Just a short one - I'm still alive, I swear. School just started, which is very exciting. I'm taking Mineralogy, which thus far has been a very exciting class. We're doing "Adopt a mineral" where we pick out a mineral at the start of class, and write a paper about it at the end. Mine is a variety of Olivine, which is a very neat mineral, so expect to hear more about it in the future.
I'm rushed right now, though, so just a quick one.
Today we were talking about physical properties (more on that later), and my professor brought out a piece of a meteorite to pass around. It had been cut neatly from the main body of the meteorite. So one surface was polished to a dark, metallic shine, and the other side was all whorls and bumps, rough and rusty black. It was a lot heavier than I expected - iron and nickel with just a few traces of other minerals.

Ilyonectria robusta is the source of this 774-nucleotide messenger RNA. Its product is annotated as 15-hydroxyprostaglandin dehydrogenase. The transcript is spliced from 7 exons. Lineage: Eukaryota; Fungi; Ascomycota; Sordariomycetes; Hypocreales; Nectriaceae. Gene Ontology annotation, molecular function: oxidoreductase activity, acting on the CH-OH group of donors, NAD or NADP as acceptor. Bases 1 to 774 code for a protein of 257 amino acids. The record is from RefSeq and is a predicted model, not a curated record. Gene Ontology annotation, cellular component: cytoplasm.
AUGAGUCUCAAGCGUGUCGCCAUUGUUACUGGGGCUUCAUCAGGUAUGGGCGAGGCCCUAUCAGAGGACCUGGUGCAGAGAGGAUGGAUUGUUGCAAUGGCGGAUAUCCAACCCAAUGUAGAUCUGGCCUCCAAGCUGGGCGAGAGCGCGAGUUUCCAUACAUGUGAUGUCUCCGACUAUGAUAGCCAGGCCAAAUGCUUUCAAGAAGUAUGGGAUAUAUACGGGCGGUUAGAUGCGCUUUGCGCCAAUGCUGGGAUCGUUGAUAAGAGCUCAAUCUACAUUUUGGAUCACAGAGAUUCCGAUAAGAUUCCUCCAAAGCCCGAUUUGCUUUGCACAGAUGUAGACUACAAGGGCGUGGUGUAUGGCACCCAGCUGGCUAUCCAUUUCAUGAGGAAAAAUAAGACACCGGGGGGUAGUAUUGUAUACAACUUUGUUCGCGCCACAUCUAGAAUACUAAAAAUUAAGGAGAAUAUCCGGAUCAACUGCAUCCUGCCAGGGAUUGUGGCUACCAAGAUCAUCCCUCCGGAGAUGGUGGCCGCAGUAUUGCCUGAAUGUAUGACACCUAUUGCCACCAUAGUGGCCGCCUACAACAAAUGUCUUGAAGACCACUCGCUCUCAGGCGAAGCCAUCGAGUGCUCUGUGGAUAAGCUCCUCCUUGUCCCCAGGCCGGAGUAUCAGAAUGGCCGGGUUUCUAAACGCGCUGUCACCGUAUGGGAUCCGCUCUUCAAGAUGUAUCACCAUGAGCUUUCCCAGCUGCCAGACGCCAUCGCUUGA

That piece of meteorite was 4.5 billion years old, which makes it older than the oldest rock discovered thus far on the earth. (Which is a piece of metamorphic rock that is, I believe 4.4 billion years old.) And this rock had hurtled through space, across unknown, cast distances, and then torn its way through our atmosphere to impact in Africa.
As I looked at the rough side of the rock slice, I felt true awe. What kind of story could a rock tell, of 4.5 billion years. Where had it been. Even trying to imagine that sort of antiquity is impossible for the human mind, really. We can only grasp numbers up to a certain point, and then it just becomes more than we can understand.
This is why I think geology is so exciting. If you believe in a god, of whatever sort, this is what it's like to reach out and try to touch it.